Indian pharmaceutical companies are benefiting from a rise in vector-borne diseases. Domestic revenues rose 9.4% last month, primarily driven by the malaria and anti-infective segments.
Monsoon-related illnesses drove up the sales of anti-infective drugs. Sales of anti-infective drugs grew 11.3% in value terms, points out Motilal Oswal Financial Services Ltd. This was followed by sales of vitamins, minerals, nutrients and pain relief drugs.
But leave aside malaria and anti-infective segments, which are more of a seasonal phenomenon, and the sales trends are not particularly encouraging.
There was a moderation in sales of most therapies last month compared to July, when total pharmaceutical sales in India accelerated 13% in value terms. “Chronic segments like oncology, cardiovascular, nervous system, dermatology saw single-digit growth," Jefferies India Pvt Ltd said in a note.
The moderation in sales impacted industry volumes. Total volume growth slowed to 1.1% in August from 4.5% in July. Six of the top 20 companies saw a year-on-year decline in volumes, Jefferies points out. “The moderation in growth was across companies, with only Novartis and Alkem Laboratories seeing improvement in growth. Nine of the 20 companies saw single-digit growth versus just one in July," the broker added.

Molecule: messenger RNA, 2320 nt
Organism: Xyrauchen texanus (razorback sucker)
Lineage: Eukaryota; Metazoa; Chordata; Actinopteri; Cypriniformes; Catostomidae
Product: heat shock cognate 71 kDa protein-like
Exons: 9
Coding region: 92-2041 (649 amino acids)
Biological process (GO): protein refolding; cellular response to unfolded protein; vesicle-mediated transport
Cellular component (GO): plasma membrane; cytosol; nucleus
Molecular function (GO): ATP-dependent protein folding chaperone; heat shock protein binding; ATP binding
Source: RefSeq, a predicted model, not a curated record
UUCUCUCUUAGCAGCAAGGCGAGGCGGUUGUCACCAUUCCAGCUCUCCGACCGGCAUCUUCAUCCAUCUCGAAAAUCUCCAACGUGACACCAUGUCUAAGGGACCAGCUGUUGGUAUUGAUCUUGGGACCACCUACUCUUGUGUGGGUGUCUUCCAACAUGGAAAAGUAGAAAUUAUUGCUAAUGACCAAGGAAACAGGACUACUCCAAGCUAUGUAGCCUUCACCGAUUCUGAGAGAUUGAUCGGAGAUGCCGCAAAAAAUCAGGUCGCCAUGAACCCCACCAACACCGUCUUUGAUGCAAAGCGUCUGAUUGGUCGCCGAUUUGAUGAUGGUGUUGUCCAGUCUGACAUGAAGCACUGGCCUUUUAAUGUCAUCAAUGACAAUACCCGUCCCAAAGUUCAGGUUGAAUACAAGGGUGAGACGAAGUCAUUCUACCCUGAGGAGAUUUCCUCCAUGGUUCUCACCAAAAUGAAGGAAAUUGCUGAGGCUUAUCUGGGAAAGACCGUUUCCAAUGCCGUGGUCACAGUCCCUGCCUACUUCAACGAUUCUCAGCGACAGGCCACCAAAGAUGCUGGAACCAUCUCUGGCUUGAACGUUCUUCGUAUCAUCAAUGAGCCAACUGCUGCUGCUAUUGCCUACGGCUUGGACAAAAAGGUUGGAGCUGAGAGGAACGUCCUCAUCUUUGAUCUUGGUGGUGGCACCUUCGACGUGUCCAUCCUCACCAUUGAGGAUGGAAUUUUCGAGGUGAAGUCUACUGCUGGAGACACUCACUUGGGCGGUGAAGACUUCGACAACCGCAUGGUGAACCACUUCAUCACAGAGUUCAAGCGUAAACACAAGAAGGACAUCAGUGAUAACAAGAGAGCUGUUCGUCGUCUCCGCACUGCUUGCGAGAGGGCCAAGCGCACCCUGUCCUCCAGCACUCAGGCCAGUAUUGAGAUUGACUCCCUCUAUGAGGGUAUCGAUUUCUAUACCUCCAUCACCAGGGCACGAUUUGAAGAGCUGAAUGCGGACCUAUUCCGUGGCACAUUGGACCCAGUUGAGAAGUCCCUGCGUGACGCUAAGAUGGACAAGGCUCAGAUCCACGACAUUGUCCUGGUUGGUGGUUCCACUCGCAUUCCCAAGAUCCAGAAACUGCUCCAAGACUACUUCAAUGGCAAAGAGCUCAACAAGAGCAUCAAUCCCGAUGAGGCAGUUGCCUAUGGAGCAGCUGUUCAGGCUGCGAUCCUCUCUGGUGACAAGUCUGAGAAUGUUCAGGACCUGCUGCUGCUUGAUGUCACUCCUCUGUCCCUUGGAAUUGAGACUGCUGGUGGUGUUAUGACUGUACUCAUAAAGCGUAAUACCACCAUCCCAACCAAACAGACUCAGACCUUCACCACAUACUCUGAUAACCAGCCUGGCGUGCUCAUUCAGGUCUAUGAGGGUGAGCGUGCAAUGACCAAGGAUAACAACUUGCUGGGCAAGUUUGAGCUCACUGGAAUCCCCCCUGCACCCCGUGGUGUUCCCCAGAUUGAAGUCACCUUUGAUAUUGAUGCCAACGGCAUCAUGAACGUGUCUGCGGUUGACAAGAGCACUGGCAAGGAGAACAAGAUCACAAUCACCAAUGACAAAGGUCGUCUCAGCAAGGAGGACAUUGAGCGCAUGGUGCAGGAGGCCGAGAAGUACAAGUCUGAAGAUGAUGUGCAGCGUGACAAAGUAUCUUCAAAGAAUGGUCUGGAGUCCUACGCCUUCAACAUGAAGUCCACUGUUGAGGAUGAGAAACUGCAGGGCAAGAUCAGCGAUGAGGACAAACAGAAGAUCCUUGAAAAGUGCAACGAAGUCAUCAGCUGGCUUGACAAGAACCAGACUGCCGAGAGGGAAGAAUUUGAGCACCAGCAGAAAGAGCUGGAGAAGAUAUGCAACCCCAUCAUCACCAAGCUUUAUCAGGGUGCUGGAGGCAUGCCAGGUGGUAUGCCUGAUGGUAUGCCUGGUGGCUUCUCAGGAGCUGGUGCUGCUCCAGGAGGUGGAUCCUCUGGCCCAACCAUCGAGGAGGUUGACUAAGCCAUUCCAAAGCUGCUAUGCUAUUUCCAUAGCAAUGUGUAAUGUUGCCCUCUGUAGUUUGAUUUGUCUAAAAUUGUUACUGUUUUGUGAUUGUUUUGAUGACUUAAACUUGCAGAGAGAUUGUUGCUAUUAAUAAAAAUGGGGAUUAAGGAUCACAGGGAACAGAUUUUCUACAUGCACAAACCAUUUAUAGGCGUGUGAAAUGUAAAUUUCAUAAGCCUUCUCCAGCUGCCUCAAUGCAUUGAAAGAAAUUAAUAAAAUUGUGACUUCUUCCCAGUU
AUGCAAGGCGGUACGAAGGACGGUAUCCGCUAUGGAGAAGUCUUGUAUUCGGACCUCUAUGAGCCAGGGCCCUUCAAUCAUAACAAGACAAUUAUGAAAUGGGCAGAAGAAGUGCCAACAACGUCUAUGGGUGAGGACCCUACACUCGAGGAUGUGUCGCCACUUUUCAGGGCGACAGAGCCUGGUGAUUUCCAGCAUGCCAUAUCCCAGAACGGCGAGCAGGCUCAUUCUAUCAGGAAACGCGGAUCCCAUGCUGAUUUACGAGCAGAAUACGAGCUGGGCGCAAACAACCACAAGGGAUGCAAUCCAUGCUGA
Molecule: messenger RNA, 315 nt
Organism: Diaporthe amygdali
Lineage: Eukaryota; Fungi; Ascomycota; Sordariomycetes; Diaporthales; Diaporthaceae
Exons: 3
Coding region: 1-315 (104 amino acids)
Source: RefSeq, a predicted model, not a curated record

Sales can be lumpy on a monthly basis. But there is no denying the fact that the industry volume growth dropped to low single digits this year compared to mid-single digit growth in much of the last year (2018).
The volume trends imply a subdued demand environment. This comes in the backdrop of growing prevalence of generic drugs in the country, which are getting a renewed push from the government. While the impact right now is said to be marginal, there is also a fear that the government’s generic drug push can weigh on branded drug sales.
In the near term, it is crucial the slowdown in chronic therapies does not last long. The impact (of the continued slowdown in chronic therapies) will be more pronounced on the industry sales as the benefit of the seasonal spurt in anti-infective drug revenues fades.